Further, congressional lawmakers hear from lobbyists representing Amazon, Walmart, and other big businesses that don’t share the same concerns with small and medium-size businesses, according to Scott.
“Most small businesses can’t afford a lobbyist and can’t put their hand up because they’re out of compliance,” Scott said. “Small businesses die quietly and Congress doesn’t hear about it.”
“Until Congress wraps their head around the fact that small businesses are being set up to fail because of overly complex state and local tax policy, then I don’t think anything meaningful is going to happen,” Scott added.
'Dearth of Lawsuits'
Following the Wayfair decision, many people relished the thought that the Supreme Court had resolved the decades-long debate over remote sales taxation, according to Moylan.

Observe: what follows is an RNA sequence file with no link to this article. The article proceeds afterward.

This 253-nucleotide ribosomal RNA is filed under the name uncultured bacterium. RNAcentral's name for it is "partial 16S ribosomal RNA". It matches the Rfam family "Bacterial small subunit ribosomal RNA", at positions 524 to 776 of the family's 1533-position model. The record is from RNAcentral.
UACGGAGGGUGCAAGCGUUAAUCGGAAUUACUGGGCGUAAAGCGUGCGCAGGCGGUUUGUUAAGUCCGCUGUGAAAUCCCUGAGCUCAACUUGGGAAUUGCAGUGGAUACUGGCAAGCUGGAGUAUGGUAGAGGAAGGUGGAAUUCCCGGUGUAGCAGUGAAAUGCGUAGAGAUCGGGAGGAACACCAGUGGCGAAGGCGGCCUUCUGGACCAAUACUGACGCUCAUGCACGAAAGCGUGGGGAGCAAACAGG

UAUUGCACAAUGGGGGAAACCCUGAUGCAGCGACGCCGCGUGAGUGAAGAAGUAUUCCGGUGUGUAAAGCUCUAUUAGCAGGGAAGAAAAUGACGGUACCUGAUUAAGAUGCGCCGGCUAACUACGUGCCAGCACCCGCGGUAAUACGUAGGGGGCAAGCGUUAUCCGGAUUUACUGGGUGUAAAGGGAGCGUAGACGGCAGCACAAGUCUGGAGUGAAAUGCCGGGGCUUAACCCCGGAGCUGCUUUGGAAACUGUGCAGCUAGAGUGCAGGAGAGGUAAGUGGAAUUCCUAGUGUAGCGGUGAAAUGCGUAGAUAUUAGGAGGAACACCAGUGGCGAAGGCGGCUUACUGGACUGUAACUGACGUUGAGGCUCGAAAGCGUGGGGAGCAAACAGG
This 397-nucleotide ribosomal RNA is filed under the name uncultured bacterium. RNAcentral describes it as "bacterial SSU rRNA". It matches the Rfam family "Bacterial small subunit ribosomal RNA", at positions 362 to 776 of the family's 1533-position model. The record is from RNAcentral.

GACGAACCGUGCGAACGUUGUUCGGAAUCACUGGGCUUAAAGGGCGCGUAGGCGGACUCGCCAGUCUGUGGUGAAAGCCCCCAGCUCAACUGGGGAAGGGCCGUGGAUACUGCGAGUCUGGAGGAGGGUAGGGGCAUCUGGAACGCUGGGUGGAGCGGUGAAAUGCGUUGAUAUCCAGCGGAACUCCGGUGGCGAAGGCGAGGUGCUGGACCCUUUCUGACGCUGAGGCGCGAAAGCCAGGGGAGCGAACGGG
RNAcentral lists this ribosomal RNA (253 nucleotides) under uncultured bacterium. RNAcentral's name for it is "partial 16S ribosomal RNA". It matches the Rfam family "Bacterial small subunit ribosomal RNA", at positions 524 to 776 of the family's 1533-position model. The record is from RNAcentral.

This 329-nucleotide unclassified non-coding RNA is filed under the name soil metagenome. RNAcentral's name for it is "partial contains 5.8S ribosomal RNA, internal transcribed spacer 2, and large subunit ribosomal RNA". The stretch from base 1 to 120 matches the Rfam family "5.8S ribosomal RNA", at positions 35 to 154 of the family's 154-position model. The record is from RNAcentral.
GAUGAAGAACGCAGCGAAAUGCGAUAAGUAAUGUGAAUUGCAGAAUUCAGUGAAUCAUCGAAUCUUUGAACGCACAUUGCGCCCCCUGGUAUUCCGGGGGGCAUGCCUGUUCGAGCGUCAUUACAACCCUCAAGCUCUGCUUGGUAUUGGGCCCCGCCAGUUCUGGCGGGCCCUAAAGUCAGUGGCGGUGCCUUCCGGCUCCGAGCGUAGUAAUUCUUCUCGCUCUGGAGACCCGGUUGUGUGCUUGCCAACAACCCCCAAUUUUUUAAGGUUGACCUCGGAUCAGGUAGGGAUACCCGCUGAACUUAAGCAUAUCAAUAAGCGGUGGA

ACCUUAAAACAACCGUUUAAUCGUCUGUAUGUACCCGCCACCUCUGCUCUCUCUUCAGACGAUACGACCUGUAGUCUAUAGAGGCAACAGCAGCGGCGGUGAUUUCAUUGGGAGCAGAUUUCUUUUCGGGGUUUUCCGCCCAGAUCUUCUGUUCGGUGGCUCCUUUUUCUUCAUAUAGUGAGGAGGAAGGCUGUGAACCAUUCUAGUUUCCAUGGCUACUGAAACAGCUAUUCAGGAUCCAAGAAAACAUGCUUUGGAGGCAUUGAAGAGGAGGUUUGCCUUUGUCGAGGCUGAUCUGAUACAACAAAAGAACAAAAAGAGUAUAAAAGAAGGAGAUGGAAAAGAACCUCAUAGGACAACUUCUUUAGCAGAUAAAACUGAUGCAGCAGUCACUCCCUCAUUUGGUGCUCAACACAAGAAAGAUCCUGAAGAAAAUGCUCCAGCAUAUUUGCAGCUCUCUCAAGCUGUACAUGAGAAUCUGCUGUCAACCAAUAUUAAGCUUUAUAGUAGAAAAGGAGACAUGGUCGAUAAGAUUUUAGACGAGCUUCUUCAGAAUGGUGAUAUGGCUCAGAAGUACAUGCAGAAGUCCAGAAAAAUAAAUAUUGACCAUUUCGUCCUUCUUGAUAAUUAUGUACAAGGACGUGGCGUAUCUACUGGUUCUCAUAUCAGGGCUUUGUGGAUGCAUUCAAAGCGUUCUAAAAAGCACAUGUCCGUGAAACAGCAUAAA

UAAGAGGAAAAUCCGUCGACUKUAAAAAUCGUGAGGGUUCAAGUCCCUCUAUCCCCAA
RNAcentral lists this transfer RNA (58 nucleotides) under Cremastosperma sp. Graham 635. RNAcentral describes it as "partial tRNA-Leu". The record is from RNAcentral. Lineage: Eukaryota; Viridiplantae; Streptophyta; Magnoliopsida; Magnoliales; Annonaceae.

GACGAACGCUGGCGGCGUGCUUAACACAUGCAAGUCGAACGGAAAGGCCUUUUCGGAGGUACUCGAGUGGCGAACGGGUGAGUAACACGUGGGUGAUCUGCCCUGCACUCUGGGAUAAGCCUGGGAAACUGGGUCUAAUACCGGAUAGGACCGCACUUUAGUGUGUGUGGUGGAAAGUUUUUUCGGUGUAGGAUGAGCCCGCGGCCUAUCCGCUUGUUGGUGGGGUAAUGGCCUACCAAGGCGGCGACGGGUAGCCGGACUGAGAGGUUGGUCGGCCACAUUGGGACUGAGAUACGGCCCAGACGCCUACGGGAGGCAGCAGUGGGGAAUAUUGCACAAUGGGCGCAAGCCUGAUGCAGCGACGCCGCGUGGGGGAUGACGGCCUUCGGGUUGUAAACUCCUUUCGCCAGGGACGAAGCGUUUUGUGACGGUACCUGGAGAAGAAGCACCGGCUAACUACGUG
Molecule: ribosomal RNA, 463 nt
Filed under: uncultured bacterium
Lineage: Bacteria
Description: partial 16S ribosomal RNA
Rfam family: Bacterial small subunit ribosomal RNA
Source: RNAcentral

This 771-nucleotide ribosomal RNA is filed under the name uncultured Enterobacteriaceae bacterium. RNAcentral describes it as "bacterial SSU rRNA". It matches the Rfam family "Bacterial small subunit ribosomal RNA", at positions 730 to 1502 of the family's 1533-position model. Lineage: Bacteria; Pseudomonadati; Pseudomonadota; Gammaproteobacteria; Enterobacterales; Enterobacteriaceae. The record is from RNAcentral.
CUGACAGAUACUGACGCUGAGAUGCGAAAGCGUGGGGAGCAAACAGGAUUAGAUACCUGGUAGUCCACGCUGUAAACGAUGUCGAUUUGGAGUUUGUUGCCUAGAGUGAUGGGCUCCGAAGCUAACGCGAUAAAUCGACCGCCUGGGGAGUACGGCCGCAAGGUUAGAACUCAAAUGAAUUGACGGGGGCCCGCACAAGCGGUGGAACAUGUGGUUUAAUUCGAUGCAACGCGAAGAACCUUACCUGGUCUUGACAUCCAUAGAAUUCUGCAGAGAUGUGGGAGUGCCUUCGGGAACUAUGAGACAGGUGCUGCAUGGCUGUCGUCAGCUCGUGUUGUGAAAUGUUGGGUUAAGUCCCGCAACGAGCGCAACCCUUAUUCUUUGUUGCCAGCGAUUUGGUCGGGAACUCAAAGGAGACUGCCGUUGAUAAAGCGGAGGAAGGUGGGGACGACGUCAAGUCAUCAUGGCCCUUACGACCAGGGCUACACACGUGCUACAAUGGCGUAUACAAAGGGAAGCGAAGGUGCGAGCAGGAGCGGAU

“I think we see that at the congressional level, this sort of pervasive feeling that the issue was solved by the Supreme Court and there isn’t much for us to think about now,” Moylan said. “And I think that’s been true in the legal realm as well.”
Moylan noted that larger players may have opted not to pursue lawsuits for various reasons, such as concerns over litigation-related expenses or strategic decisions to comply with states’ systems with the help of their lawyers and accountants.
“It’s led to this sort of dearth of lawsuits,” Moylan said. “And it’s because it’s falling to a lot of these smaller operators to bring some of those cases. But it is very expensive and very difficult to do that, even in some of the more egregious situations in places like Kansas, which has no de minimis threshold, or Louisiana, which arguably has the most complex sales tax code in the country.”
And as varying administrative requirements and collection standards have emerged since Wayfair, larger vendors appear to be in a better position to monitor and manage the wide range of regimes. Cram noted that big retailers “already have a handle on” things like filing returns in multiple states and tracking different tax bases and exemptions.